When I was cast as April in Company, however, I was suddenly thrown out of my dramatic comfort zone. April is a flight attendant. She is, according to Bobby, “cute, original and odd.” Whether she possesses these qualities is, perhaps, up for debate. However, she is most definitely young. As someone who has always enjoyed the weird sense of freedom that comes with playing older people, there is something daunting about April’s relative youth. She recently dropped out of Northwestern University, and is attempting to date in the romantic hellscape that is New York City. For a college senior, this hits far closer to home than, say, a cannibalistic Victorian pie-maker.
When Company premiered into 1970, musical theater was primarily used as an escape. Most musicals avoided any real relevance to the lives of their audience. The sweeping romance and happy endings of Rogers & Hammerstein seemed incongruous with the complicated sexual politics of the seventies. Company was one of the first musicals to address this new world of adult relationships and dating. Sondheim himself said, "Broadway theater has been for many years supported by upper-middle-class people with upper-middle-class problems. These people really want to escape that world when they go to the theatre, and then here we are with Company talking about how we're going to bring it right back in their faces." I, too, have always seen musical theater as a form of escape. It’s fun to revel in the excess, the solos, the silly costumes and gratuitous dance numbers. It’s fun to play a batty old lady, because I get to escape the anxieties of my own life. For that reason, Company is a challenge. Instead of allowing us to disappear into a world of tidy happy endings, we have to delve into the psyches of people who have doubts and worries, who are “sorry-grateful” about the paths their lives have taken. We have to be vulnerable and petty and young people loving and not loving other young people in big cities. We’re having our problems brought right back in our faces, because in the end, we’re playing versions of ourselves.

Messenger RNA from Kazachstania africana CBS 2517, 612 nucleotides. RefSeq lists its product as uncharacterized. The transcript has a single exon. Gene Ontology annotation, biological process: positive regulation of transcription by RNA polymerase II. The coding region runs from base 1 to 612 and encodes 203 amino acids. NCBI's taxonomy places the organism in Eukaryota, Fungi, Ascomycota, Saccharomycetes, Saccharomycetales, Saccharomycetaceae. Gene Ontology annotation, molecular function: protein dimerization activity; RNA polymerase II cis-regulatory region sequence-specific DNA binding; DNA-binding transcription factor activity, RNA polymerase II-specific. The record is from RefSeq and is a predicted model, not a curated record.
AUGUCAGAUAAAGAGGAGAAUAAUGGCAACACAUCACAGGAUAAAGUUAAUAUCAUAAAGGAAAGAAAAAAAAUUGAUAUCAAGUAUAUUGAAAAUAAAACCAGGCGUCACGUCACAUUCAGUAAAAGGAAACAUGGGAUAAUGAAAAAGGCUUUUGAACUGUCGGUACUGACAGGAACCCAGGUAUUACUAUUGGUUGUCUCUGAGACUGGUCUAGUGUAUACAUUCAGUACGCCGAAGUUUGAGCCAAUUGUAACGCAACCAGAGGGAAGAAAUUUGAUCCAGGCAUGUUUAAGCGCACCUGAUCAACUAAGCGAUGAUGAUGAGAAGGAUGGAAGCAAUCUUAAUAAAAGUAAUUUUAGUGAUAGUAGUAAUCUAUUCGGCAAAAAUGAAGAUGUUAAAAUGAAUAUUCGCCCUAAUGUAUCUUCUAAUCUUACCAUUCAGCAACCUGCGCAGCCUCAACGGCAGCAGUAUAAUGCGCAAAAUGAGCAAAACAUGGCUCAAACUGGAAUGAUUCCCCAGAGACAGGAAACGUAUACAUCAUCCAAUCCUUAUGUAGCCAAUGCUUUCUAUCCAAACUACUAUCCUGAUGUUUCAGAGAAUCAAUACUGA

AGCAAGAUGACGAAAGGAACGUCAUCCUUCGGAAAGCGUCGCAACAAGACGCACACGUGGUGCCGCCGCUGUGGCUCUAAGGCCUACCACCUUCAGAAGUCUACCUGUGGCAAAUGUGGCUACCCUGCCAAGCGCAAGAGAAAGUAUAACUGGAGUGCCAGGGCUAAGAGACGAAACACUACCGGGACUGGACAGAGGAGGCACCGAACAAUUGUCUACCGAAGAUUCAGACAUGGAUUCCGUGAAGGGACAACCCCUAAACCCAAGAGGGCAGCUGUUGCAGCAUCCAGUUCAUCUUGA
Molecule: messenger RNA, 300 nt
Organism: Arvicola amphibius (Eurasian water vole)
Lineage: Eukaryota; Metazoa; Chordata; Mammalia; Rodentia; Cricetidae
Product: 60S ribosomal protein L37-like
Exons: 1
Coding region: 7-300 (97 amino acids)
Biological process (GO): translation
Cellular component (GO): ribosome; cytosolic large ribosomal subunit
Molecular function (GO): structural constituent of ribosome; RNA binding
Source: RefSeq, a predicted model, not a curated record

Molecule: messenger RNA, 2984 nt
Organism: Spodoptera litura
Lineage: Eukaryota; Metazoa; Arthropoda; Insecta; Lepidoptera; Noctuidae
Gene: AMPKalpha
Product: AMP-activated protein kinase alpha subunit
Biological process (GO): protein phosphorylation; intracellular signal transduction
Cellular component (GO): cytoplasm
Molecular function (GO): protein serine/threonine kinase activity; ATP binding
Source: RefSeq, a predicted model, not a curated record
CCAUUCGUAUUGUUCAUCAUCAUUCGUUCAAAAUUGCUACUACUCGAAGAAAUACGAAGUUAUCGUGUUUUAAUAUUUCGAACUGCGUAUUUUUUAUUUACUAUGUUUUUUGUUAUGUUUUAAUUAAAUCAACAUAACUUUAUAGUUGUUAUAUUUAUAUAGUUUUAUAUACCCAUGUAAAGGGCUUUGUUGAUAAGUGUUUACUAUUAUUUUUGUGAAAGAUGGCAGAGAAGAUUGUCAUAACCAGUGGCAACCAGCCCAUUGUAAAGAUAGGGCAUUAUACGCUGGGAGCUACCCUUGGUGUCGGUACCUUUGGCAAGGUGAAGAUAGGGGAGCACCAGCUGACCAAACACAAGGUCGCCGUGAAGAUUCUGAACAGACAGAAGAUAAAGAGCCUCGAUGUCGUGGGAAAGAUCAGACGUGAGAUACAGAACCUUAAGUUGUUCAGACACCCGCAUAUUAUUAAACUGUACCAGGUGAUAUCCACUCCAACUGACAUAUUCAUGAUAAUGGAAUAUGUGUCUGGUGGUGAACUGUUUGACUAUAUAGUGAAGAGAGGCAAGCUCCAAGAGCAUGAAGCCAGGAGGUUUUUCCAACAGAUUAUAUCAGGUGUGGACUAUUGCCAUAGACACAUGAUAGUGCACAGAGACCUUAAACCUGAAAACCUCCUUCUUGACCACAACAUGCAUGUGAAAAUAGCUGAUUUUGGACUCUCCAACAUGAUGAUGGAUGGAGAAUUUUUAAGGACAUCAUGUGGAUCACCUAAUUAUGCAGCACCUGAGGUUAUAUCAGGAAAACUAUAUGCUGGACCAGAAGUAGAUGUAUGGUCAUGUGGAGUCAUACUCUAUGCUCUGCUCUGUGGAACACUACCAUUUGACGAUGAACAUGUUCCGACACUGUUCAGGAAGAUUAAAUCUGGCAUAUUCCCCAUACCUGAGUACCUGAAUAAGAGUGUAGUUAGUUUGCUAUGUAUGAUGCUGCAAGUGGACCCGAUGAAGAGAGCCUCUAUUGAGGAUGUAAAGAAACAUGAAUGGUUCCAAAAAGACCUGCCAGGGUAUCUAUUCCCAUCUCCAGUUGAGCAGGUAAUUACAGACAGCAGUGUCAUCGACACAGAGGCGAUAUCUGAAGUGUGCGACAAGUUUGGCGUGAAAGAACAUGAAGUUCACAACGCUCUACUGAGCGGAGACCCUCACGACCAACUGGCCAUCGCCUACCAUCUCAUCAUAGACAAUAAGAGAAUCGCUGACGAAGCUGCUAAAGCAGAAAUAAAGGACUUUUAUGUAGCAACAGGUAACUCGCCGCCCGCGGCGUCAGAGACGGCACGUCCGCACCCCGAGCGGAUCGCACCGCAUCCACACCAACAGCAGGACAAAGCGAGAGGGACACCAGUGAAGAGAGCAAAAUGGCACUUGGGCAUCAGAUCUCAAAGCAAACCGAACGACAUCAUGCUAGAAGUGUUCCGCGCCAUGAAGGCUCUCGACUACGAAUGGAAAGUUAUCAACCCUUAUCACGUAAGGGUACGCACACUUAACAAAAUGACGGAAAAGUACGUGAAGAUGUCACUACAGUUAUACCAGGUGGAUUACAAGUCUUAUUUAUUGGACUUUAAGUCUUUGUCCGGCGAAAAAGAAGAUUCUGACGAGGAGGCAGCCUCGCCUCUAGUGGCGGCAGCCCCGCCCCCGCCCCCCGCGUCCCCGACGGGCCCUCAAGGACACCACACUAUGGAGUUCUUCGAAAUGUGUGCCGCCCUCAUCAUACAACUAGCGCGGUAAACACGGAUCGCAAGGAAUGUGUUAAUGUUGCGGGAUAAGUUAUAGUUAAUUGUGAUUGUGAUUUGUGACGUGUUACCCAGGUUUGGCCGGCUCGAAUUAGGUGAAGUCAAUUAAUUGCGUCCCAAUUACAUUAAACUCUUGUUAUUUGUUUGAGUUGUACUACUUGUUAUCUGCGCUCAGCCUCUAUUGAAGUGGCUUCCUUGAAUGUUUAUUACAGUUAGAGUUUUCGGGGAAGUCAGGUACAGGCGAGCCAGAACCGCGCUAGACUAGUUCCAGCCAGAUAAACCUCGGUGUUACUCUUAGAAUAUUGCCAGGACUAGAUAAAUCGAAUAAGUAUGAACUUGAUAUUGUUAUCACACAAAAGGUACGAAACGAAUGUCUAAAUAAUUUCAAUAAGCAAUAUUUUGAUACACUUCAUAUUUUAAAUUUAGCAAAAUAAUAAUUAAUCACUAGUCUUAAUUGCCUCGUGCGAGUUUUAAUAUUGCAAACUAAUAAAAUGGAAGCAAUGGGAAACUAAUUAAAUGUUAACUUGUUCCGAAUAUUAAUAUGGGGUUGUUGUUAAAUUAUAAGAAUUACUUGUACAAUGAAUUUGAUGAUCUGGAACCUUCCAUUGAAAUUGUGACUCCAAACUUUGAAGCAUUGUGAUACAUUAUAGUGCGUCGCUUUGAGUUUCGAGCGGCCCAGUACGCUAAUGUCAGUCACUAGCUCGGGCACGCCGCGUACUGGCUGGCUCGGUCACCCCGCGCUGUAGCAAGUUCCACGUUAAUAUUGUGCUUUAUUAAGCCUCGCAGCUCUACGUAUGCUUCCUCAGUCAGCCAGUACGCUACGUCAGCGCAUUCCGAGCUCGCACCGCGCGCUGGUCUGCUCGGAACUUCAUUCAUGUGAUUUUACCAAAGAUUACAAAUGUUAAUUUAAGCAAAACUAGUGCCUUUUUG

One of the cool things about working in a black box theatre is the flexibility of onstage and offstage space. Backstage space is needed for entrances/exits, scenery and props storage and, for the musical, a pit! Our set designer Raidizon has decided to use curtains to create backstage areas. Through the use of 8 curtains that he worked into his set design, he was able to create spaces on stage that are not visible from an audience seat.
In these pictures you get to see what hanging curtains is like in our space. Two people are on the ground and two others stand on our 18-foot-high tension wire grid. On the grid there are cleats with ropes wrapped around them. The groups on the ground and in the grid determine where to drop ropes from the ceiling, then the ground group ties the rope to a pipe that will be used as a curtain rod. They then tie the curtains to those pipes, and the grid group raises the apparatus until the bottom of the curtain is just above the ground. Ropes secure the curtains to the cleats, and the curtain is now hung!
Update from Raidizon (our tech executive): Painting the floor is always fun! It’s also one of the very few times we can play music while having a build. While painting the floor, we play music through the sound systems. Even though the floor was painted black, we needed to repaint the whole floor to provide a nice finish and make the floor look so much cleaner, as seen in the pictures!
The cast put on their dancing shoes last night to learn some choreography for the second act's opening number, "Side by Side." During the song, the main character Robert gets to dance with each of the couples, so our director chose a different dance style for each couple. Some of the dance styles include the polka, the mambo, ballet, and the Charleston!
Photos courtesy of Gillian Lelchuck
Our tech team is hard at work building the set for our show; this week they built 8 picture frames. These picture frames will hang from the grid and all the characters and couples will be able to pose and sing from behind them. The idea of creating a wall of picture frames that the cast could interact with was inspired from a line in the opening number: "All those pictures up on the wall...from all those good and crazy people my friends."